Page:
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|کد مقاله||سال انتشار||مقاله انگلیسی||ترجمه فارسی||تعداد کلمات|
|24957||2003||16 صفحه PDF||سفارش دهید||6120 کلمه|
Publisher : Elsevier - Science Direct (الزویر - ساینس دایرکت)
Journal : Review of Economic Dynamics, Volume 6, Issue 4, October 2003, Pages 869–884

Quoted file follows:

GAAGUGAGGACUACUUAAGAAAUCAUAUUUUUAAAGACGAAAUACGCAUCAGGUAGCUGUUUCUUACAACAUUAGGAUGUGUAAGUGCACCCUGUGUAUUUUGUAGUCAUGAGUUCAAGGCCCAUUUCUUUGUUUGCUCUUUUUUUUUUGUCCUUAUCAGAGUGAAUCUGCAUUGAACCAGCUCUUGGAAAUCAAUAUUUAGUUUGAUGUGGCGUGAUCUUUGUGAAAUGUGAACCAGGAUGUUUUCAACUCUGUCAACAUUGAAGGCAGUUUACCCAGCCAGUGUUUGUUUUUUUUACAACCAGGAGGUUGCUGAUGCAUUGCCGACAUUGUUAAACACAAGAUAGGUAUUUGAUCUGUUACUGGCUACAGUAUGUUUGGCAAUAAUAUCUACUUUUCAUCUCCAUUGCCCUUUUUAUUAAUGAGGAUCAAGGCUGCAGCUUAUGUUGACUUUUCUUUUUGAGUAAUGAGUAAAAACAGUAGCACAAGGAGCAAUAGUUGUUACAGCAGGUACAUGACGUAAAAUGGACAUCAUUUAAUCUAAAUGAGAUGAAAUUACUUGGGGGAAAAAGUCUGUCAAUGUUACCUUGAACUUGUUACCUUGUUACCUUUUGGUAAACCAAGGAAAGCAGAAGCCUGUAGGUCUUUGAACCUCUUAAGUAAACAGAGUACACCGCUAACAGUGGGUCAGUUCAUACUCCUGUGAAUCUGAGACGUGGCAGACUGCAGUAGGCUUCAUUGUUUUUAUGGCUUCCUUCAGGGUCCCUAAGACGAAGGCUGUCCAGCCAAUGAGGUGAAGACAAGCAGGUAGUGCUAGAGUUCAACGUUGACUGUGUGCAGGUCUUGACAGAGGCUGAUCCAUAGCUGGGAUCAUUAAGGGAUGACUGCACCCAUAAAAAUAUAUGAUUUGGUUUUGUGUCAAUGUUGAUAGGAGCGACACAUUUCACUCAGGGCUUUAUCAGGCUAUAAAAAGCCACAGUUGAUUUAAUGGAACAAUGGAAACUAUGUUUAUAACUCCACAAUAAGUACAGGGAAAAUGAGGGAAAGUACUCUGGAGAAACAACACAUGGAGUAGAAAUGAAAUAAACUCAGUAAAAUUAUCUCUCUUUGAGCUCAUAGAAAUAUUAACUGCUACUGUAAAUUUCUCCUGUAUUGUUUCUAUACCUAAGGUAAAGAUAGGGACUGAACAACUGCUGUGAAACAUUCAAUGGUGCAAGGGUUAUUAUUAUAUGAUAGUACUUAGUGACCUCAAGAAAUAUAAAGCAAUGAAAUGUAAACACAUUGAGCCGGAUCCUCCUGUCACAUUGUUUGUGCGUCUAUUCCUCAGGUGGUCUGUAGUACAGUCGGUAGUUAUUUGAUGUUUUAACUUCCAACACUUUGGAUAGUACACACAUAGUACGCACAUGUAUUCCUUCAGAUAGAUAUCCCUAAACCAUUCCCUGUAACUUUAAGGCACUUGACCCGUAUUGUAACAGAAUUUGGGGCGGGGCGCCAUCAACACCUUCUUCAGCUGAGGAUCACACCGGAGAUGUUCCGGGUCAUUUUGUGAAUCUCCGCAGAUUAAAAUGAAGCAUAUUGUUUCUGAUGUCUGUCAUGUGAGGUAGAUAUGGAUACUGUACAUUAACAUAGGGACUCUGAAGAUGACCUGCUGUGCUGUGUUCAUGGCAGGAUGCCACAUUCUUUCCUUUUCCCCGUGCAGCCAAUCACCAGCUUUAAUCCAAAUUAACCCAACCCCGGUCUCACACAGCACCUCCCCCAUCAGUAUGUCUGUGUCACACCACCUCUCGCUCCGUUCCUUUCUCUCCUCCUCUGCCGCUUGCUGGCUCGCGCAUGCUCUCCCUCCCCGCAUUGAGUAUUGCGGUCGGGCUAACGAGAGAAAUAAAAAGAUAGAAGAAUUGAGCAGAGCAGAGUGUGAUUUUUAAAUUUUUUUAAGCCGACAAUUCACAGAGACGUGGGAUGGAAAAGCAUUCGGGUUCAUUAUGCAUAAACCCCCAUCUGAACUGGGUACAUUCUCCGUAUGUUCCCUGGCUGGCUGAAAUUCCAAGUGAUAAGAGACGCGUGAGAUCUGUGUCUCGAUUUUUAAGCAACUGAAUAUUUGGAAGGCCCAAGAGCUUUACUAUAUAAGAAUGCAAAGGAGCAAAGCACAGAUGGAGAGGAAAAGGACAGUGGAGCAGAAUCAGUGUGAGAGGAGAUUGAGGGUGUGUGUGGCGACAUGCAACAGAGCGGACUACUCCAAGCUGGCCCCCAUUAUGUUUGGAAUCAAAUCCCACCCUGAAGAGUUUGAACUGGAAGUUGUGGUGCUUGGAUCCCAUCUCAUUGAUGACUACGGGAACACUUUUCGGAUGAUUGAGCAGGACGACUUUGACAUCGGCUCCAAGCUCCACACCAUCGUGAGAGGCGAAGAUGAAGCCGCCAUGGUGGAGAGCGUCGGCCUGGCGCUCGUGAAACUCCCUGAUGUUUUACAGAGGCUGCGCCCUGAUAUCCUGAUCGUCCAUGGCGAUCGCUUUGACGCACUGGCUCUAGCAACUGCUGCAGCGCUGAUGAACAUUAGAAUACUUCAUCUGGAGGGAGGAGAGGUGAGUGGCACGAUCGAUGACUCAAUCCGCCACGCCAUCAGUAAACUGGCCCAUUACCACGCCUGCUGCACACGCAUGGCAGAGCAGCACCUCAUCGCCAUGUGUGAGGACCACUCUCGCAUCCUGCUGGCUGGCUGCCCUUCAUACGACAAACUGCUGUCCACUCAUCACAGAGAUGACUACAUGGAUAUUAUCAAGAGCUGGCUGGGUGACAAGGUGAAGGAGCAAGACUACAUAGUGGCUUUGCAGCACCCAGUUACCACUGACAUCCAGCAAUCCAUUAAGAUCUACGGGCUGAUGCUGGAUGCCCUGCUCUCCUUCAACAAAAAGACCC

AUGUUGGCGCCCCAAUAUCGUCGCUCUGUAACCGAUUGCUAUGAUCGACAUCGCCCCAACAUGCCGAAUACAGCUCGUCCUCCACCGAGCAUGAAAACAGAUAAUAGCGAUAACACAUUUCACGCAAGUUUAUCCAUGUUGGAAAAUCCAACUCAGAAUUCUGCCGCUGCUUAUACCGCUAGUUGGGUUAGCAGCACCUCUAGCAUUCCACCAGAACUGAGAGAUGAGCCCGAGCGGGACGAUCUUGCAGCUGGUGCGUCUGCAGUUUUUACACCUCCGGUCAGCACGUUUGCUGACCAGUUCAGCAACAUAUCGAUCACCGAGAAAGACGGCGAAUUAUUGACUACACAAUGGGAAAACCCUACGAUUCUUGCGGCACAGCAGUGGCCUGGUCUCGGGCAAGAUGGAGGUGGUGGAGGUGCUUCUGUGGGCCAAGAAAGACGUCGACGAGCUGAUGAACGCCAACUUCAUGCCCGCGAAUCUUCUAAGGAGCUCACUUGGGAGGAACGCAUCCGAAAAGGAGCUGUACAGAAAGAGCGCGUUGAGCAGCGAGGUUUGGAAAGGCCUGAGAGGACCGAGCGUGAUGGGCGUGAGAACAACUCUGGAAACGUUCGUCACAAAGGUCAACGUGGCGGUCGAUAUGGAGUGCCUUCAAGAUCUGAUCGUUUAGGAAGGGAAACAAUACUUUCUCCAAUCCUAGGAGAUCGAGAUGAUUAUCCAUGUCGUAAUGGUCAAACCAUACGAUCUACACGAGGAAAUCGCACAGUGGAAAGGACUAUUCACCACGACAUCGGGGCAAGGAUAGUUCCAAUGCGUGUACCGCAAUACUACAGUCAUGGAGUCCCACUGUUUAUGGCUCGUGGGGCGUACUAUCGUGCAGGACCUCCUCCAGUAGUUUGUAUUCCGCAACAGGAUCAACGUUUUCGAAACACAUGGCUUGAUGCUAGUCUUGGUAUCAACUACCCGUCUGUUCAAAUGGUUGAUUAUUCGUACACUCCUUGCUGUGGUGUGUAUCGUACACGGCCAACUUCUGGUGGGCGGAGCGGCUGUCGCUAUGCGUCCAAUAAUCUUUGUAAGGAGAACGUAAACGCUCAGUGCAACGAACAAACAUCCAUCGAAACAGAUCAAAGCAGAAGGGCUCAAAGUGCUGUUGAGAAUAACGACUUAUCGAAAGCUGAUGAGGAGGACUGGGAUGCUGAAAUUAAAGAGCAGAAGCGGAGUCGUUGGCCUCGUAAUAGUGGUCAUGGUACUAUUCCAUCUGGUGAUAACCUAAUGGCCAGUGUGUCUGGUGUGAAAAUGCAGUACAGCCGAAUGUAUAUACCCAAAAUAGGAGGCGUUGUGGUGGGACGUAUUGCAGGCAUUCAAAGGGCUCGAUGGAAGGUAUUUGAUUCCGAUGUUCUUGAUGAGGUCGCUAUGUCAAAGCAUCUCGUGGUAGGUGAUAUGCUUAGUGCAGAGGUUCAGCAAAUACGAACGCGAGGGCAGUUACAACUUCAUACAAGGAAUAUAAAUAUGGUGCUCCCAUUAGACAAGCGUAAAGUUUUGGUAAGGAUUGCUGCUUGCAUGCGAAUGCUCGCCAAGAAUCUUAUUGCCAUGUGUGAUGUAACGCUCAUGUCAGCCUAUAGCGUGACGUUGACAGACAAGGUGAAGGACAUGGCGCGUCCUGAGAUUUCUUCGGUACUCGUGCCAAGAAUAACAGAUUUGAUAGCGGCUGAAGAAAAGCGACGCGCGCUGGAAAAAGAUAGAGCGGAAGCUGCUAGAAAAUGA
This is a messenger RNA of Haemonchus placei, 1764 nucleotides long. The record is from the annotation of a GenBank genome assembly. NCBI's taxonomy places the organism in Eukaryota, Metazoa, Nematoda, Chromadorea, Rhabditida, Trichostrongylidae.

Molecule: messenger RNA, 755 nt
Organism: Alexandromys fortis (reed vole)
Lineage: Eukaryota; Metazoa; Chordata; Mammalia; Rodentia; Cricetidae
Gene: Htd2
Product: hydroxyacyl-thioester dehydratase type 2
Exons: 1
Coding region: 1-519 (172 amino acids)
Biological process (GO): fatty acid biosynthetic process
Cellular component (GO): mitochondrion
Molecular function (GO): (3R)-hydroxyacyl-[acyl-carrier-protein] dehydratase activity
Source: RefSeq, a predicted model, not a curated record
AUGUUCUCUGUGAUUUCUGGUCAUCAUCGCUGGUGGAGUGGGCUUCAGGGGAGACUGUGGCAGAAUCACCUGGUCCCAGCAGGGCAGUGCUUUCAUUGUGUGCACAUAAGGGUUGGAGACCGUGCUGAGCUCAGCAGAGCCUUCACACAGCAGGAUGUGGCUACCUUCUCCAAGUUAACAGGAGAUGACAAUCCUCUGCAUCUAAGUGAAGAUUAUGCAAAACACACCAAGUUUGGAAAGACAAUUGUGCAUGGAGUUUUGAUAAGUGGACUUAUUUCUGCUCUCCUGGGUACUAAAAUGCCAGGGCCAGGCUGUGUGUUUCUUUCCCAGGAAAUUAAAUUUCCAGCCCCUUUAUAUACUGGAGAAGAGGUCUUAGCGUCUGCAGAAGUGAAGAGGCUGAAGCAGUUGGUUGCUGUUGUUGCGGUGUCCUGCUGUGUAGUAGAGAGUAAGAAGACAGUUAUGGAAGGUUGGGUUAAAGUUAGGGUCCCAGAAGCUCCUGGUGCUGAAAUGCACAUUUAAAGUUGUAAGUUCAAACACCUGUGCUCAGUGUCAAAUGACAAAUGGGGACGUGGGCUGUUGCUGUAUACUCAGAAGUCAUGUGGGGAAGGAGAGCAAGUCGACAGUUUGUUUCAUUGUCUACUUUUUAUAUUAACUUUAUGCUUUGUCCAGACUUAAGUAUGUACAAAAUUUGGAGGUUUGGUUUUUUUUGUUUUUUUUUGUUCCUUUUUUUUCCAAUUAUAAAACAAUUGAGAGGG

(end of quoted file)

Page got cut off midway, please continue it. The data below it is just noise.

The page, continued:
In this study, we ask whether the presence of precautionary savings substantially reduces the optimal replacement rate in an European economy type characterized by high unemployment benefits and moral hazard. We build a simple job search model calibrated on French data and, in line with previous studies, find that the optimality criterion based on comparisons of steady states leads to a low optimal ratio. Yet, this result ignores potential transitional costs due to the necessity for agents to increase their savings and reduce their consumption whenever the ratio is cut. We therefore build a dynamic model taking full account of the transition, and show that a reduction in benefits reduces welfare. Even though the long-run optimal replacement rate is lower than the current one, transitional costs dominate long-run gains.